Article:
The kickball kids rush off, but a pair of older boys take their time, punching each other back and forth as they cross the blacktop to collect their backpacks. A blonde girl follows them, laughing cautiously, her back arched into a half-moon, chest pressed up and out. She has a crush. Rebecca can always spot a crush. The girl grabs her bag, but forgets her pink jacket. She leaves it crumpled in the corner of the schoolyard, bright against the dark asphalt.

The heavy doors close behind the last of the children with a thud and Rebecca goes inside. She takes the stairs down from her apartment two at a time.

She crosses the street and preemptively brings her finger to her lips, shushing the rusty schoolyard gate before it squeaks. She walks quickly to the corner of the playground and grabs the jacket. She runs her thumb across the collar, holds it up, and shakes off the dirt. The zipper jingles pleasingly.

Back inside, Rebecca carries the jacket to her bedroom, pausing to pick up the pillow she sent flying at his head earlier that morning.

“You need help,” he said, and as if to confirm it, she wailed and threw a couch pillow across the room.

In the bedroom, she carefully navigates the items splayed across the floor: a deflated red kickball, a Paw Patrol trapper keeper, a pencil kit, a hair bow, a tin lunch box with a thermos, a red winter hat, a blue mitten for a right hand.

“What the fuck, Rebecca?” he said when she came in from the bathroom to find her suitcase open, her collection exposed, the red hat still in his hands. “Jesus, did you do something to these kids?”

How easily he’d jumped to the worst possible conclusion, as if he’d been searching, excited to stumble across this excuse to leave.

They were just things, she explained. Treasures. She didn’t know why she liked them.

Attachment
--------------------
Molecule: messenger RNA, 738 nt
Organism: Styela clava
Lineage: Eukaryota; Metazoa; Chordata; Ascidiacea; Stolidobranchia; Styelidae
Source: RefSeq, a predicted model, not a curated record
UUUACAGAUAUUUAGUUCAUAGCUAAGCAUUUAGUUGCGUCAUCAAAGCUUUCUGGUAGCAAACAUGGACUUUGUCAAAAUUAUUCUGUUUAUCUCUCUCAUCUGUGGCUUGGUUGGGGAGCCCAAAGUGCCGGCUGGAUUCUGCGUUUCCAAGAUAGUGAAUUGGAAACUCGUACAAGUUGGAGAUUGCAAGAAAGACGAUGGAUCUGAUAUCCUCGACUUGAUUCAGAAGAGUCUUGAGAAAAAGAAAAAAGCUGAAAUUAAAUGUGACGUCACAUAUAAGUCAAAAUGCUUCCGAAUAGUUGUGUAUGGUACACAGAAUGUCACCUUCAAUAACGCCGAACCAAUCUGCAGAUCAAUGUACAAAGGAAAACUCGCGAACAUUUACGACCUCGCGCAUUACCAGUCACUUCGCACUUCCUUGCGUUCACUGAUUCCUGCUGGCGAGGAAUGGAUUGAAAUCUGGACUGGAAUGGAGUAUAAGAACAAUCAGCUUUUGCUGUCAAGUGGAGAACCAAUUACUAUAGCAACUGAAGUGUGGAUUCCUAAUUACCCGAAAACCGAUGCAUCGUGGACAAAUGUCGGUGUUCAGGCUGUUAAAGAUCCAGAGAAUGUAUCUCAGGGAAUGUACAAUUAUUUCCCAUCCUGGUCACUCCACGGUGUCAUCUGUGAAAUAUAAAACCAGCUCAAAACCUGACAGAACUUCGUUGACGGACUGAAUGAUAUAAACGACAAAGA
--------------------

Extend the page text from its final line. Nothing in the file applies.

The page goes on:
“Please tell me you see how sick this is?” he said.

“Lots of people have collections,” she replied and he looked at her with such concern that for a moment she believed he might stay.

Now she sits on the floor and presses the jacket to her chest. In her mind, she can still hear the sound of the children playing, the argument over the foul line, the hollow laugh of the blonde girl. She pictures the girl at the end of the day, the afternoon air chilly without her pink jacket to warm her. “I’m cold,” she’ll tell her crush and she’ll lean into him, searching for a treasure that isn’t there.

—Fiction by Claire Taylor

My Son Invents a New Game

It ends with us all being eaten. But first, we watch the world crumble. Dinosaurs return. They chase us upstairs where we huddle in the corner of a closet, breathing heavily. He wants to laugh, my son. I can see it in the press of his mouth, the small tremble of his shoulders. This is all pretend and yet, with each new disaster, he says, I’m serious. Globs of hot ash fall from the sky and splatter against our heads. I’m serious. The earth cracks open between us, a deep fissure that grows by the second. We must hurry, so I reach out my arms as he prepares to jump. If we fall, we die. I’m serious. The ground is full of snakes and lava. It is full of one-eyed globe fish. It is full of bears who wish they could be friendly, but they don’t know how because they are bears. So they will maul us. If we try to play dead, they will maul us anyway. I’m serious. One monster after another until we are racing back and forth across the house, trying to survive. The dog doesn’t like it. He barks and whines. He chases after us, leaps into the air, and nips me on my shoulder, trying to herd me back to safety like I’m a dumb, helpless sheep. It hurts. I’m serious. When will this end, I ask my son. We are huddled beneath a blanket. Hiding in a cave. Every few seconds he pokes his head out and screams, spying a fresh horror on the horizon. I don’t know, he says. Maybe never.

—CNF by Claire Taylor